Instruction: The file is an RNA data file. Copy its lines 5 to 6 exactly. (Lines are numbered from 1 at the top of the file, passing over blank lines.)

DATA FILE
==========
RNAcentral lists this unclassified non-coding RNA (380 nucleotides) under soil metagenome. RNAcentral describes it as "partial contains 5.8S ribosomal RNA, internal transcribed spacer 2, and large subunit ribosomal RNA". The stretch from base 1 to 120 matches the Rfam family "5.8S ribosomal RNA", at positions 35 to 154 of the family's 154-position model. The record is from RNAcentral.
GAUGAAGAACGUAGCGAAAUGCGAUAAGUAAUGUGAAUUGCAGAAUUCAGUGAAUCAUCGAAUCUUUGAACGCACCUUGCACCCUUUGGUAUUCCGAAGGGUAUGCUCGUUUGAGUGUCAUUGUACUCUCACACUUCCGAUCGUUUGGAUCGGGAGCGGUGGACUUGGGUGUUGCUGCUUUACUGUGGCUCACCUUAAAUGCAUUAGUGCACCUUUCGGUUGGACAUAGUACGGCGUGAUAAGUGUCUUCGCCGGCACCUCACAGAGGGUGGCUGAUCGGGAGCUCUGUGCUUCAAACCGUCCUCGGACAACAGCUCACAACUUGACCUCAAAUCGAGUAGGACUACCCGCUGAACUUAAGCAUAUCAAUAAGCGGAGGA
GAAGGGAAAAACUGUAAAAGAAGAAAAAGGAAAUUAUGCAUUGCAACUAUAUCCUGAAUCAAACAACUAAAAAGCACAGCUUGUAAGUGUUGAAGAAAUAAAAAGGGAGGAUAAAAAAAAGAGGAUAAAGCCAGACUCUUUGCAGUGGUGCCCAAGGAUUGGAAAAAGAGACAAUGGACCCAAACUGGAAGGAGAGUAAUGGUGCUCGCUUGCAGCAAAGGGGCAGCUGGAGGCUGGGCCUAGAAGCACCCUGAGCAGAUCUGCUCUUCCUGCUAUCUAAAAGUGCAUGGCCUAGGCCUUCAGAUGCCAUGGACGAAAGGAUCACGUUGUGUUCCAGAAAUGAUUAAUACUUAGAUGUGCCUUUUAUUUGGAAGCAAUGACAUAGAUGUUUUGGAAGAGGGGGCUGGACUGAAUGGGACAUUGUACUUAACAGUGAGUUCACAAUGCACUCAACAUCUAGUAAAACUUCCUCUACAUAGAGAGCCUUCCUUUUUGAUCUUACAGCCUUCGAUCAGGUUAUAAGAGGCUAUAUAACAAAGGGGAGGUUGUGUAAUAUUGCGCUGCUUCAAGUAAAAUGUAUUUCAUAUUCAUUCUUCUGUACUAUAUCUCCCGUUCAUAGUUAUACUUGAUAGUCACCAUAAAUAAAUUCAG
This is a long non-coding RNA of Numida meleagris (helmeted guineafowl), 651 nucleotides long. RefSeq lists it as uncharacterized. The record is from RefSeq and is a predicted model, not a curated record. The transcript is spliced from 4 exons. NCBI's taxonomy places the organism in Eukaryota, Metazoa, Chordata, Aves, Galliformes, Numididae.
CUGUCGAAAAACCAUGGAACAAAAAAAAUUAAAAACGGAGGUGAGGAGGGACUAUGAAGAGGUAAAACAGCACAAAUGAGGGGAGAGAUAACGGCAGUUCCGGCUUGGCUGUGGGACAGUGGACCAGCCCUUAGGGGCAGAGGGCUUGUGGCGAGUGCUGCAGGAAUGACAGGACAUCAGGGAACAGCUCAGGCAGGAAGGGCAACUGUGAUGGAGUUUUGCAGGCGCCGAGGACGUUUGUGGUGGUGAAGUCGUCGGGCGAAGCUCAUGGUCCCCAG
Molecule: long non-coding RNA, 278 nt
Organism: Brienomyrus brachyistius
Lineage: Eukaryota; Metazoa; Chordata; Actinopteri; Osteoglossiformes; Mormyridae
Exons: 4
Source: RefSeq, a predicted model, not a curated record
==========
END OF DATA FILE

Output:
CUGUCGAAAAACCAUGGAACAAAAAAAAUUAAAAACGGAGGUGAGGAGGGACUAUGAAGAGGUAAAACAGCACAAAUGAGGGGAGAGAUAACGGCAGUUCCGGCUUGGCUGUGGGACAGUGGACCAGCCCUUAGGGGCAGAGGGCUUGUGGCGAGUGCUGCAGGAAUGACAGGACAUCAGGGAACAGCUCAGGCAGGAAGGGCAACUGUGAUGGAGUUUUGCAGGCGCCGAGGACGUUUGUGGUGGUGAAGUCGUCGGGCGAAGCUCAUGGUCCCCAG
Molecule: long non-coding RNA, 278 nt